How Did Fred Astaire Help Debbie Reynolds Learn to Dance?
After the spooky mother-daughter passing of Debbie Reynolds and Carrie Fisher last week, the Internet is aglow with clips of one or the other or both. Focusing on one great scene, the “Good Morning" song from Singin' in the Rain, one might assume that Reynolds was as experienced a dancer as the formidable Gene Kelly and Donald O'Connor.
But no. In 1951, when Debbie Reynolds was chosen to star with Gene Kelly in MGM's Singin' in the Rain, she was 19 and had almost no experience dancing or singing. Kelly, understandably, was furious. But Louis B. Mayer had made the decision and that was that.
Reynolds was given three months to “learn to dance." Three teachers would alternate giving her private lessons. “I was dancing eight hours a day, nonstop," she writes in her memoir, which is excerpted in Reading Dancing, the wonderful anthology edited by Robert Gottlieb. She was so frustrated that she threw her tap shoes at the mirror, shattering it. She would spend all her studio time holding back tears. And then…“One day I was lying under the piano sobbing when I heard a voice ask, 'Why are you crying?'" She vented her frustration: “I feel like I'm going to die, it's so hard. I can't…I can't…"
The voice gently calmed her down. She looked up and saw Fred Astaire, standing next to the piano, with concern on his face. He told her that he gets frustrated and upset too, and invited her to watch a rehearsal with Hermes Pan while they prepared for Royal Wedding. She saw how hard he worked and left the studio feeling less alone.
And of course, in the final movie, she miraculously keeps up with Kelly and O'Connor—and adds her own effervescence. Take a look at her in the happy-go-lucky “Good Morning" number. She's quick, effortless and bubbling with joy and camaraderie.
In the middle of one of New York City Center's cavernous studios, Misty Copeland takes a measured step backwards. The suggestion of a swan arm ripples before she turns downstage, chest and shoulders unfurling as her legs stretch into an open lunge. She piqués onto pointe, arms echoing the sinuous curve of her back attitude, then walks out of it, pausing to warily look over her shoulder. As the droning of Ryuichi Sakamoto and Alva Noto's mysterious "Attack/Transition" grows more insistent, her feet start to fly with a rapidity that seems to almost startle her.
And then she stops mid-phrase. Copeland's hands fall to her hips as she apologizes. Choreographer Kyle Abraham slides to the sound system to pause the music, giving Copeland a moment to remind herself of a recent change to the sequence.
"It's different when the sound's on!" he reassures her. "And it's a lot of changes."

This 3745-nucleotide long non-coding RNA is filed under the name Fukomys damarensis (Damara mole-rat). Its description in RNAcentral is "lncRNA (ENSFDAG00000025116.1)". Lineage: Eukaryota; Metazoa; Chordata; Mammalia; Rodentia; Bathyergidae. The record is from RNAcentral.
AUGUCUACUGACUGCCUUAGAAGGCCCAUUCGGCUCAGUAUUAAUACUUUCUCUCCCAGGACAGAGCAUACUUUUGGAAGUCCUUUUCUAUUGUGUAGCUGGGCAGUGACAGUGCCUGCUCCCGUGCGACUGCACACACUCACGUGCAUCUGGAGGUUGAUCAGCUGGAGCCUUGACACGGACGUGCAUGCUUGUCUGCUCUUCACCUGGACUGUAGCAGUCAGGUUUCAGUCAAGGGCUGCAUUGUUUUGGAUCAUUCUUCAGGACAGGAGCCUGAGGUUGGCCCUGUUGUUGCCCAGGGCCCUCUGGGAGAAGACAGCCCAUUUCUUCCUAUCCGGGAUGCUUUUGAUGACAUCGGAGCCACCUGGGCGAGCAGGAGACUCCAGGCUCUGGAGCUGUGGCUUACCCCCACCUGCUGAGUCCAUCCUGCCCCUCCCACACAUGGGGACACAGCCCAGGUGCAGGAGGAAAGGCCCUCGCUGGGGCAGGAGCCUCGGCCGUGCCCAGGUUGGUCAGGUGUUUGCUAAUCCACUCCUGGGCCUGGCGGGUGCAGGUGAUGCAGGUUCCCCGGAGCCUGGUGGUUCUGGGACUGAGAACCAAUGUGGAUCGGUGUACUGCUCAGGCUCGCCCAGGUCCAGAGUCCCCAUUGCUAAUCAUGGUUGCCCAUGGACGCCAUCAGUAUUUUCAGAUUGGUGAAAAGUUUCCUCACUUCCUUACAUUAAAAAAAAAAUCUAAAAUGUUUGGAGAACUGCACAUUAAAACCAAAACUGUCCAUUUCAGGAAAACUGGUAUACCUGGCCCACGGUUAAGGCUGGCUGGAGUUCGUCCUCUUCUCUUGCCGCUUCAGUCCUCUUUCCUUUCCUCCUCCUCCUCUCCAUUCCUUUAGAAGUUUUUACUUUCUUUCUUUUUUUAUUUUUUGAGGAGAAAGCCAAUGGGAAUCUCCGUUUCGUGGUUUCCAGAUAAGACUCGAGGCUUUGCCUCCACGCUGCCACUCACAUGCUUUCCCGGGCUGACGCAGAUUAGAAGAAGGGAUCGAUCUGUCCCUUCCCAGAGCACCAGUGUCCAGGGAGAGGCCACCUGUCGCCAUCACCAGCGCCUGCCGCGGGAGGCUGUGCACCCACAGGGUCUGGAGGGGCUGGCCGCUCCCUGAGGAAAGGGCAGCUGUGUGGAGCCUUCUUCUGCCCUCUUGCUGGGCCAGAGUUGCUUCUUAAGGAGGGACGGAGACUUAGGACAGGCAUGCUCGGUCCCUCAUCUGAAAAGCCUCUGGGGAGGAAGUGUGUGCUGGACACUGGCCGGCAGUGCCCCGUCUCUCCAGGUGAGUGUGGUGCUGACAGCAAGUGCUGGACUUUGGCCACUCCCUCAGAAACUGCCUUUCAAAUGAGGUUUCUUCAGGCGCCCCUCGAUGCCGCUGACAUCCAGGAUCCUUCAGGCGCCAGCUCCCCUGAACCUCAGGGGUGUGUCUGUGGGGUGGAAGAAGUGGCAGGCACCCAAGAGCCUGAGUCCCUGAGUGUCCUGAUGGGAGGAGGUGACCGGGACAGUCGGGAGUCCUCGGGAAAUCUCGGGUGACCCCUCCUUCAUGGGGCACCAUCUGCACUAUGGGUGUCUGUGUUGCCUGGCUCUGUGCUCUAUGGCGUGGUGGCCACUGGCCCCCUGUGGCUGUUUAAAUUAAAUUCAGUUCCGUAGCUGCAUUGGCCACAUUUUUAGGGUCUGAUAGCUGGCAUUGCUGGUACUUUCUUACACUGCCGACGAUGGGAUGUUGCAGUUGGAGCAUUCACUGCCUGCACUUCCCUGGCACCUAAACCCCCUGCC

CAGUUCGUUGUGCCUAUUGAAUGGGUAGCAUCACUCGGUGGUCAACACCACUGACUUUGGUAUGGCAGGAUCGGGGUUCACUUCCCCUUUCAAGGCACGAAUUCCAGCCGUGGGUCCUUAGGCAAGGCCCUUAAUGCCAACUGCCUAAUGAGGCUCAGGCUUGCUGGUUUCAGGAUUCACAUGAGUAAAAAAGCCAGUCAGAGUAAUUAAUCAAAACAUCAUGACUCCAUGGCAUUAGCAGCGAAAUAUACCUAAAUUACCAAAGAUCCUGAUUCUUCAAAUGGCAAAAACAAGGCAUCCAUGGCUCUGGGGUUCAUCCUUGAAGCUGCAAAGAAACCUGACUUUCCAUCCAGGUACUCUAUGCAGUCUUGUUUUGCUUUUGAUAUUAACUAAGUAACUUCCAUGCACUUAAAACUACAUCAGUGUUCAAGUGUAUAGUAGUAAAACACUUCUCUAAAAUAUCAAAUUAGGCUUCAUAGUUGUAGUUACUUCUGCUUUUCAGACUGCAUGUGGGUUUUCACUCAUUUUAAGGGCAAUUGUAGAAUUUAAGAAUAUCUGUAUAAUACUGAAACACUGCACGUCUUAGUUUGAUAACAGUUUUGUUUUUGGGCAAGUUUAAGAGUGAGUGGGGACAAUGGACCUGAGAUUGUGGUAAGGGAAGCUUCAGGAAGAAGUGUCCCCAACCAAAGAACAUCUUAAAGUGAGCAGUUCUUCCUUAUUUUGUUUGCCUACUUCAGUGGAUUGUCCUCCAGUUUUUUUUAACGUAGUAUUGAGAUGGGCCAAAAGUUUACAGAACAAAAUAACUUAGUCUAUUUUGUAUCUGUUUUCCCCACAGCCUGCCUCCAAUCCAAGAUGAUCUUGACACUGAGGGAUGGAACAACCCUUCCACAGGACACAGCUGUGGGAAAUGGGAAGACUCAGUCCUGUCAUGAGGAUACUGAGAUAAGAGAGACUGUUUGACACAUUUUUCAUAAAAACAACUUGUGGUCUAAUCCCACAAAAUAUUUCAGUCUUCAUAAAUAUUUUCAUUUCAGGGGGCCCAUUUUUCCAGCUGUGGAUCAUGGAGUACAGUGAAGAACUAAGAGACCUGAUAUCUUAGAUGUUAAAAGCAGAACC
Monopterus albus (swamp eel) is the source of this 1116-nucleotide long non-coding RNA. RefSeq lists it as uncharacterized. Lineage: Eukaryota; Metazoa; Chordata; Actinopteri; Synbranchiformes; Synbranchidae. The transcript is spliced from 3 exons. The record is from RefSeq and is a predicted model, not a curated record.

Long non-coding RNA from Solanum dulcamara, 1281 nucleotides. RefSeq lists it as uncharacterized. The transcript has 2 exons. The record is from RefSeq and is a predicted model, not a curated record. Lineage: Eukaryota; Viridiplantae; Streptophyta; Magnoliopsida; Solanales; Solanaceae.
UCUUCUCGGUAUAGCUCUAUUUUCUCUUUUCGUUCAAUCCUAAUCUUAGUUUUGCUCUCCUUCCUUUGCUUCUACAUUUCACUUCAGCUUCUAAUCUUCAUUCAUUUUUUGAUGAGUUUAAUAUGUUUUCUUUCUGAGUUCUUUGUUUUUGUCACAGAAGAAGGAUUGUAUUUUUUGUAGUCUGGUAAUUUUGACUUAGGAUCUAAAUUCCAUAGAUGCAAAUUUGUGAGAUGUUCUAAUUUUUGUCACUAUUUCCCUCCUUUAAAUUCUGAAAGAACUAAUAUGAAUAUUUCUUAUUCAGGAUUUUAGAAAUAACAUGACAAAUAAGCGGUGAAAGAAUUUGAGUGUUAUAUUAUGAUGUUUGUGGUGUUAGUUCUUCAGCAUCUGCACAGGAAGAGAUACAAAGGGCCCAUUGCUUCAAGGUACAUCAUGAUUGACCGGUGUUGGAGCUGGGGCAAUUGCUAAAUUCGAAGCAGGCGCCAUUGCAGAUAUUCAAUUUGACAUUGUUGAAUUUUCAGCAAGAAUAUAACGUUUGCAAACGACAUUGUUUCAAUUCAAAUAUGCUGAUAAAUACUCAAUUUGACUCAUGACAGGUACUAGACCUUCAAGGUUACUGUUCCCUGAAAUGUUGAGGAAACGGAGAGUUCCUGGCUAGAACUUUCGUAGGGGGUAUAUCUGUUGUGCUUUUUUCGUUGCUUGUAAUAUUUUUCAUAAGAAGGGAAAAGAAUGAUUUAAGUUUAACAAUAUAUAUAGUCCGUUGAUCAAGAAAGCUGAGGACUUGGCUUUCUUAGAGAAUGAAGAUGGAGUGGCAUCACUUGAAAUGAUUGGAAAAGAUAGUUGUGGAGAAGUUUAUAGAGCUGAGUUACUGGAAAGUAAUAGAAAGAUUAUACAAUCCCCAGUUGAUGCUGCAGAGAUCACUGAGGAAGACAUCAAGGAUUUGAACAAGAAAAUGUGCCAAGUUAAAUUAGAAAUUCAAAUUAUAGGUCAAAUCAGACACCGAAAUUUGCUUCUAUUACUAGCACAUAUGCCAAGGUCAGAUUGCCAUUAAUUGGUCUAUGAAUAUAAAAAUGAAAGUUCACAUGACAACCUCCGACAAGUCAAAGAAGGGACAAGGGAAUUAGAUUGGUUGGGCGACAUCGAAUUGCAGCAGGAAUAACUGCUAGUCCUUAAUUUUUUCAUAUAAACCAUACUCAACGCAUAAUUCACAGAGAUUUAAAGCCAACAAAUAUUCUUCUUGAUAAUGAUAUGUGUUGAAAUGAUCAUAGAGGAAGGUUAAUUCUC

The day before was the first time Abraham had seen Copeland dance the solo in its entirety, and the first moment they were in the studio together in a month. This is their last rehearsal, save for tech, before the premiere of Ash exactly one week later, as part of the opening night of City Center's Fall for Dance festival.
Back in 2011 when Joe Lanteri first approached Katie Langan, chair of Marymount Manhattan College's dance department, about getting involved with New York City Dance Alliance, she was skeptical about the convention/competition world.
"But I was pleasantly surprised by the enormity of talent that was there," she says. "His goal was to start scholarship opportunities, and I said okay, I'm in."
Today, it's fair to say that Lanteri has far surpassed his goal of creating scholarship opportunities. But NYCDA has done so much more, bridging the gap between the convention world and the professional world by forging a wealth of partnerships with dance institutions from Marymount to The Ailey School to Complexions Contemporary Ballet and many more. There's a reason these companies and schools—some of whom otherwise may not see themselves as aligned with the convention/competition world—keep deepening their relationships with NYCDA.
Now, college scholarships are just one of many ways NYCDA has gone beyond the typical weekend-long convention experience and created life-changing opportunities for students. We rounded up some of the most notable ones:
Dancers are understandably obsessed with food. In both an aesthetic and athletic profession, you know you're judged on your body shape, but you need proper fuel to perform your best. Meanwhile, you're inundated with questionable diet advice.
"My 'favorite' was the ABC diet," says registered dietitian nutritionist Kristin Koskinen, who trained in dance seriously but was convinced her body type wouldn't allow her to pursue it professionally. "On the first day you eat only foods starting with the letter A, on the second day only B, and so on."
"The show must go on" may be a platitude we use to get through everything from costume malfunctions to stormy moods. But when it came to overcoming a literal hurricane, Houston Ballet was buoyed by this mantra to go from devastated to dancing in a matter of weeks—with the help of Harlequin Floors, Houston Ballet's longstanding partner who sprang into action to build new floors in record time.